ANTIGONISH, N.S. -- Twin sisters Cassandra and Chantel Desmond lost their mother, only brother and his entire family in a murder-suicide almost six months ago, and in that time their debilitating sense of grief has largely given way to feelings of frustration, anger and a driving desire for public accountability.

The Desmond family was thrust into the national spotlight in early January when Lionel Desmond, a former Canadian soldier suffering from post-traumatic stress disorder, fatally shot his 52-year-old mother Brenda, his 31-year-old wife Shanna, and their 10-year-daughter Aaliyah in their rural Nova Scotia home.

At the time, relatives said the former infantryman, who completed two tours in Afghanistan starting in 2007, did not get the help he needed to deal with his mental illness and a post-concussion disorder after he was medically released from the military in 2015.

"How many more soldiers are going to have to take their own lives, and their families along with them, before they realize they have to focus more on our veterans," Cassandra Desmond, 26, said in an interview this week. "We are killing them mentally, but we are not helping them at all."

The sisters are now demanding a judicial fatality inquiry, saying they have yet to receive any useful information from public officials.

Such inquiries are rare in Nova Scotia.

"Nobody wants to take the blame for anything, so they keep pointing fingers at somebody else," Cassandra Desmond said, as a gaggle of small children scurried around her small home in northern Nova Scotia. "We deserve answers."

As she spoke, she consulted files and a notebook that includes scores of neatly written entries that catalogue the family's interactions with government and military officials. The sisters say they have been asking for records and reports to help them understand why Lionel Desmond killed himself and his family in January. They say they want to do what they can to prevent another similar tragedy.

However, they are furious about what they say is a lack of disclosure from the RCMP, Veterans Affairs Canada, National Defence and the province's health authority.

"They didn't notify us about anything," Chantel Desmond said when asked about how the Mounties have responded to their requests, though there was a brief meeting to discuss the closure of their investigation.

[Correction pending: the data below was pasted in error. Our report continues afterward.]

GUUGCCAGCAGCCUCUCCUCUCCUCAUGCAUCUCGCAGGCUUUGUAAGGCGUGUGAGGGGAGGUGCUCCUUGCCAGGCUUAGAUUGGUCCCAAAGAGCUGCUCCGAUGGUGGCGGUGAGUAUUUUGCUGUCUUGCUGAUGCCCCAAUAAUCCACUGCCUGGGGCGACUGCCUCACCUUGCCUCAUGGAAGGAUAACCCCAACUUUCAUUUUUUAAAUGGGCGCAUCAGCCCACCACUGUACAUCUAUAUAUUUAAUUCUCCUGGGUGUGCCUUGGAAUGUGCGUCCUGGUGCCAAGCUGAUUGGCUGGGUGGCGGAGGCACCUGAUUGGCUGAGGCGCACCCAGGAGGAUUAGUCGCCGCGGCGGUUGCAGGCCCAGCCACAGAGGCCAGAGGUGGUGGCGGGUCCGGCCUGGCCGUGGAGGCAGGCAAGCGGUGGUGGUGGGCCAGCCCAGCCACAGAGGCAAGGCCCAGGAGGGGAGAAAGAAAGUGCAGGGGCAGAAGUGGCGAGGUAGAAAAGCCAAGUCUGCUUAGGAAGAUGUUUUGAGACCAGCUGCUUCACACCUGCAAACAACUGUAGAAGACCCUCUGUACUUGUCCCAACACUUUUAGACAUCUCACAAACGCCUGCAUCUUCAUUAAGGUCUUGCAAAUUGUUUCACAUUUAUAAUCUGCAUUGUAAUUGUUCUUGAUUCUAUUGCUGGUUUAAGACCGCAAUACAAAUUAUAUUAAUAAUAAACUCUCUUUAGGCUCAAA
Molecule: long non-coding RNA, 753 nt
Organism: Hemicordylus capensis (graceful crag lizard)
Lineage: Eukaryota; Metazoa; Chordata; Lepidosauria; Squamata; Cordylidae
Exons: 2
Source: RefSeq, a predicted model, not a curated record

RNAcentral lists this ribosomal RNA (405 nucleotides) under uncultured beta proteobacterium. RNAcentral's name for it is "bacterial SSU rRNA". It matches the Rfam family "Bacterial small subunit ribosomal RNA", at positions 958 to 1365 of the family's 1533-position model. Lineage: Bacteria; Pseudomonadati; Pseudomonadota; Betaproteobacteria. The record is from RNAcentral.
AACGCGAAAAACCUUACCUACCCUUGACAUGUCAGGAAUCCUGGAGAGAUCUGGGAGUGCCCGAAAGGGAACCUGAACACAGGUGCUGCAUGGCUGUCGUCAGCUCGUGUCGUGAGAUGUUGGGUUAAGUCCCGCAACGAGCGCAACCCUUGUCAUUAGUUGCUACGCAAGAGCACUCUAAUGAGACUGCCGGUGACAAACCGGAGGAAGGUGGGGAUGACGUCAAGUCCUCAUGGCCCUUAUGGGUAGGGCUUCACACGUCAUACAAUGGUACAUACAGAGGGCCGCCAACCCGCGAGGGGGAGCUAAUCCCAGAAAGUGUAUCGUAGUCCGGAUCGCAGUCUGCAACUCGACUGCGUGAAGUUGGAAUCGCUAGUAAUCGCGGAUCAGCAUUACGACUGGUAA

"The Department of National Defence said they didn't want to release anything until the investigation was closed, and we're here a month later and they haven't disclosed anything. Does that makes sense?"

The Defence Department has confirmed it will not be investigating what happened, saying it has no authority to investigate the lives of retired members.

The RCMP have confirmed that their investigation of the murder suicide was closed on May 15. But a spokeswoman said no information would be released to the public, citing privacy legislation.

Meanwhile, Veterans Affairs Canada has said suicide reviews are routinely carried out when veterans are involved, but the department's findings are kept confidential to protect client privacy.

The Desmond sisters say officials have routinely cited privacy concerns almost every time the pair have requested information about the case.

"Their own privacy, that's what they are protecting," Cassandra Desmond said in a strong, defiant tone. "How is it confidential when these people are deceased?"

Chantel Desmond said the family is considering legal action, but she said their priority is to have the province's medical examiner, Dr. Matthew Bowes, call a judicial inquiry.

A spokeswoman for Bowes had initially indicated he had ruled out an inquiry, but he has since said he is waiting to see a so-called quality review from the Nova Scotia Health Authority, which has looked into how the province's health-care system dealt with Lionel Desmond.

Bowes has also said if information is withheld or seems "at odds" with the case, he will consider the family's views.

"I would definitely consider their feelings about this," he said in a recent interview. "I think that is the most important thing I can do."

The confidential internal review, which has been completed for at least a month, will not be released to the public, the authority says.

Cassandra Desmond said she has been pressing the authority to set up a meeting to talk about the document, but she said she had gotten nowhere.

Several high-profile veterans groups and individuals have come forward in recent weeks to call for more action, including Wounded Warriors Canada, Vets Canada and longtime veterans advocate Peter Stoffer, a former NDP MP. As well, a former soldier with PTSD and the wife of another soldier with the mental illness have also said more needs to be done.

Last week, the federal government announced its plans to create a special unit to support injured Armed Forces members preparing to return to civilian life.

Treasury Board President Scott Brison, a Nova Scotia MP, said the Liberal government would establish a Canadian Forces Transition Group "over the next several years." It will include 400 specialized staff and 800 personnel "whose only mission will be to heal" physical and psychological injuries, including PTSD.

The announcement came two days after Ottawa announced its revamped defence policy, which includes a plan to spend an additional $198 million on health and wellness in the next decade.

Chantel Desmond wasn't impressed.

"Why does something bad have to happen for all these good ideas to come about?"